Britain Dragging its Feet on Equal Pay for Women
In a recent report on the gender pay gap around the world, Britain has come out at just number 13, lagging way behind Scandinavian countries Iceland and Sweden who topped the list along with New Zealand.
Luxembourg and Poland have shown the largest improvements and progress for women in work.
Also scoring low in the Women In Work Index by PriceWaterhouseCooper was the USA, Spain and Germany – with Portugal, Austria and the United States experiencing the greatest fall in rankings on the Index over the period since 2000.
According to Bloomberg, Britain’s gender pay gap remains a key drag on progress. According to the PWC Index, should the UK raise its game and achieve Swedish levels of equal employment for women, the country would see a 9% increase in GDP – equating to $257 billion.
The PWC Women In Work Index isn’t simply an exercise in one-upmanship. This index is collated from data collected annually to help businesses around the world make changes to their strategies and policies in order to develop more equality within the workplace.
At DRN we offer bespoke services to support and defend individuals who may be experiencing sexism, discrimination or inequality at work. We believe that in 2019 there is no reason for a business to have to undergo such an ordeal. If the right policies are incorporated in the first place, equal pay and equal opportunities for progression and board room visibility are offered right from the start.
PriceWaterhouseCooper have developed some ideas to help businesses make equality a priority. These five “foundations for a gender-equal workplace” show that making small changes can be simple and incredibly effective.
Foundation 1: Align Diversity and Strategy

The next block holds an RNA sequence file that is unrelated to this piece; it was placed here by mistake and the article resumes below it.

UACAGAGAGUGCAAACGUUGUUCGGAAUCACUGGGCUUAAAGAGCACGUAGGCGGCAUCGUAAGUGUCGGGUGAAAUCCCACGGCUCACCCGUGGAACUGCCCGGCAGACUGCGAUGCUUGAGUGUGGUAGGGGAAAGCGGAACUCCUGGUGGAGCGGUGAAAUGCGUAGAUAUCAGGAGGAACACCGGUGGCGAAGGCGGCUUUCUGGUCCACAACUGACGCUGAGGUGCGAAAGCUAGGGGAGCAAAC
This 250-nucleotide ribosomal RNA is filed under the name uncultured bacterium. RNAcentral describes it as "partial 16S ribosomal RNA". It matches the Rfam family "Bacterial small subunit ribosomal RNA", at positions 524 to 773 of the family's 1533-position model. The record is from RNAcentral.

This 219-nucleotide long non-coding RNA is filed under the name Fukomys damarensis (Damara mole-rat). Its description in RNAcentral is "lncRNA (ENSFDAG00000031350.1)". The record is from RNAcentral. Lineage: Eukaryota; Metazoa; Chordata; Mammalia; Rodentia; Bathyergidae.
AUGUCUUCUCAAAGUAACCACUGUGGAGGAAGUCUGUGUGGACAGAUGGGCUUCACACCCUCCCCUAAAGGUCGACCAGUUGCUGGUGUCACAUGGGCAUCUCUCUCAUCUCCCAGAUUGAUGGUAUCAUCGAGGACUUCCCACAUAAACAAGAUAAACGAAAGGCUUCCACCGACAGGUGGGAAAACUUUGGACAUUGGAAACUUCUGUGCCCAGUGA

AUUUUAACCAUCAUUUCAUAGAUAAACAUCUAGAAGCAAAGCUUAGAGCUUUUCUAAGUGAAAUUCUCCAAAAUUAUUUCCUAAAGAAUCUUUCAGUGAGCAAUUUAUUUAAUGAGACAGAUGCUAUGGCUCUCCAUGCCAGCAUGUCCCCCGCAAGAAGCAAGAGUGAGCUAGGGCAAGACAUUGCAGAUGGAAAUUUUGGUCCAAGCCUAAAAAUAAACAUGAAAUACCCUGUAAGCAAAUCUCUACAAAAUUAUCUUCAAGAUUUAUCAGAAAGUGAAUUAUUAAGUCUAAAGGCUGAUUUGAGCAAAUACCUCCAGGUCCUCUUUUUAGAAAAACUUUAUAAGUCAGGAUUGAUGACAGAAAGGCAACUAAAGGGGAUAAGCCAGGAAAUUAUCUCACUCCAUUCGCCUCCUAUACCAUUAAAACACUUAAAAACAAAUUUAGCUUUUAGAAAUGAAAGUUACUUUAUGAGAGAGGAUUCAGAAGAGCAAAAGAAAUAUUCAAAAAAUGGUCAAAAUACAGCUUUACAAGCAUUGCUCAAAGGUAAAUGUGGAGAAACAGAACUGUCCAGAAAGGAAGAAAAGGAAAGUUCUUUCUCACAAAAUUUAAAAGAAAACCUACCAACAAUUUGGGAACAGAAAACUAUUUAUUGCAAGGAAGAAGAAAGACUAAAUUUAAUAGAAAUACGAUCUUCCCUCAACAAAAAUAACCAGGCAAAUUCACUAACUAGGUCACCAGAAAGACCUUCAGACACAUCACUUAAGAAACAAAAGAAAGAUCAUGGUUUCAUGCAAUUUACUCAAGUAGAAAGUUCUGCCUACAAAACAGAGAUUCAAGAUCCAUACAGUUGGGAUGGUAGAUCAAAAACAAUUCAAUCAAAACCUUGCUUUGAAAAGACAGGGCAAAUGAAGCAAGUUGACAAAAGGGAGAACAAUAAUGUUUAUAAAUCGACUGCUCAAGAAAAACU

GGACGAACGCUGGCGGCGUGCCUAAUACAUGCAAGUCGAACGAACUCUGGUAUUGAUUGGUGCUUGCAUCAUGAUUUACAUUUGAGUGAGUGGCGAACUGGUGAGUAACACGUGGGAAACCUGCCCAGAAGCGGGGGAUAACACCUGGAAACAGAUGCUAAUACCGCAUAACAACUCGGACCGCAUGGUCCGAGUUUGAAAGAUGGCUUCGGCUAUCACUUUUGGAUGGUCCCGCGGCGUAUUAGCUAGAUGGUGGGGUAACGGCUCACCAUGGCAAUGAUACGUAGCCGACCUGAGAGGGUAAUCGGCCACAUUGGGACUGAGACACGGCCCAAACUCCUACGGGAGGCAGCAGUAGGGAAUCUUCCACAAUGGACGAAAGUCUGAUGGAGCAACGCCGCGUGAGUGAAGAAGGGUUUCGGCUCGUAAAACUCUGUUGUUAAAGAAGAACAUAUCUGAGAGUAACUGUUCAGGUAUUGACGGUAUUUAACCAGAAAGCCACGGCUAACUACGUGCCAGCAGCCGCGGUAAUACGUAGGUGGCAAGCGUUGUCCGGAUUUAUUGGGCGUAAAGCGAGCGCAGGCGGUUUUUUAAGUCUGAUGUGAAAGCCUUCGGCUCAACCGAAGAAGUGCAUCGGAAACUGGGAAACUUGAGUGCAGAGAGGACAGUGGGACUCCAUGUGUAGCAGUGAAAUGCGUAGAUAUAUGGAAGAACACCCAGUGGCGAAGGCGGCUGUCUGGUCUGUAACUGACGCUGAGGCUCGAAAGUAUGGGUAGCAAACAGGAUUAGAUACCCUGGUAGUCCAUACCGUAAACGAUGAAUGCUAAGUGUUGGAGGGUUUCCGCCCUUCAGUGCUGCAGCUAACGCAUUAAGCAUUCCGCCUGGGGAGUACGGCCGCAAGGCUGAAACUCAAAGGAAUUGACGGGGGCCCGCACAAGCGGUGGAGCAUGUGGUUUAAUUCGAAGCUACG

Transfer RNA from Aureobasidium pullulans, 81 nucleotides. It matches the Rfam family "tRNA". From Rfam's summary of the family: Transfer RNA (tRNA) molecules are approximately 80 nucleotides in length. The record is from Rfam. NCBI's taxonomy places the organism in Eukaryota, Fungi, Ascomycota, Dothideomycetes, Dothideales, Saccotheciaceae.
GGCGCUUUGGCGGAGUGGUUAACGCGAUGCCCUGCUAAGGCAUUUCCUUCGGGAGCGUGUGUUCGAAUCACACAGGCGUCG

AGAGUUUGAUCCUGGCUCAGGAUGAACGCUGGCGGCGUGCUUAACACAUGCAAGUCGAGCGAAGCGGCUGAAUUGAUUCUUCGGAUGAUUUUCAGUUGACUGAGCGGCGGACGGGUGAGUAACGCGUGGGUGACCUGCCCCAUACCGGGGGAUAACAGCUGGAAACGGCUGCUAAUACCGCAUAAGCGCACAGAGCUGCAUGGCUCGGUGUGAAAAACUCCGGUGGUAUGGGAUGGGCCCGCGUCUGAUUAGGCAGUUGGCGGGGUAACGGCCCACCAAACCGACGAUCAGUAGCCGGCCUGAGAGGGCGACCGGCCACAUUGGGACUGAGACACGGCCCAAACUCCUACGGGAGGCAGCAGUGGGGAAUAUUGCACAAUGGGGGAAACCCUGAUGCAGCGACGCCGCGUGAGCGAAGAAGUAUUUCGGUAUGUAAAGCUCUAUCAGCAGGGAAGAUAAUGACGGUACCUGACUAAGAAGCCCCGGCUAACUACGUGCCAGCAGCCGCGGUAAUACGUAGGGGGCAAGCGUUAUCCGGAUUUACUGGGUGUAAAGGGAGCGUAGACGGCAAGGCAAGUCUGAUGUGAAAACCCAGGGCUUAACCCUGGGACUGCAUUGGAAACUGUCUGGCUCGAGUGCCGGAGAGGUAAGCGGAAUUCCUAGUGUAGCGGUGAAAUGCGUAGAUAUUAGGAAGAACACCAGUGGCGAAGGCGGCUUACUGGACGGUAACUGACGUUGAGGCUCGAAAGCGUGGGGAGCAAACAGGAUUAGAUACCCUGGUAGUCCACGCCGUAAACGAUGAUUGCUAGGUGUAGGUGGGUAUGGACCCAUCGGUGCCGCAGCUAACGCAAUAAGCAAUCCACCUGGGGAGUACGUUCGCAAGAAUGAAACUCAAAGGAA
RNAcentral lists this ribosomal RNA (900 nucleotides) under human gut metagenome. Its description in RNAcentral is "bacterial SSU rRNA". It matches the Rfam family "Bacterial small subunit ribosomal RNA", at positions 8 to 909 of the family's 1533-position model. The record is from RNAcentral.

Set out how diversity and inclusion supports your business priorities and ensure your strategy reaches beyond your workforce to include customers, suppliers, investors and wider society.
Foundation 2: Use Data
Use data to diagnose potential areas for focus, set targets and measure progress. Workforce surveys, tracking the career paths of high potential individuals, and exit surveys can help gauge why talent is leaving. “What gets measured gets done”
Foundation 3: Drive accountability from the top
Ensure someone within the leadership team is accountable for improving diversity and inclusion and this responsibility is cascaded throughout the organisation.
Foundation 4: Be honest
Focus on addressing shortcomings, as well as celebrating achievements, and set out plans for accelerating progress to show that you are committed to addressing diversity and inclusion challenges.
Foundation 5: Set realistic objectives and a plan to achieve them
Set measurable goals, decide how they will be achieved and assign business leaders who are accountable for meeting these goals.
Our corporate lawyers are highly experienced in diversity and equality law, and can help and support you with reinforcing or re-draughting your corporate policies. If you would like to speak to one of our professional corporate solicitors about equality in the workplace, equal pay or any other business law matter, please contact our friendly team on 01282 433 241.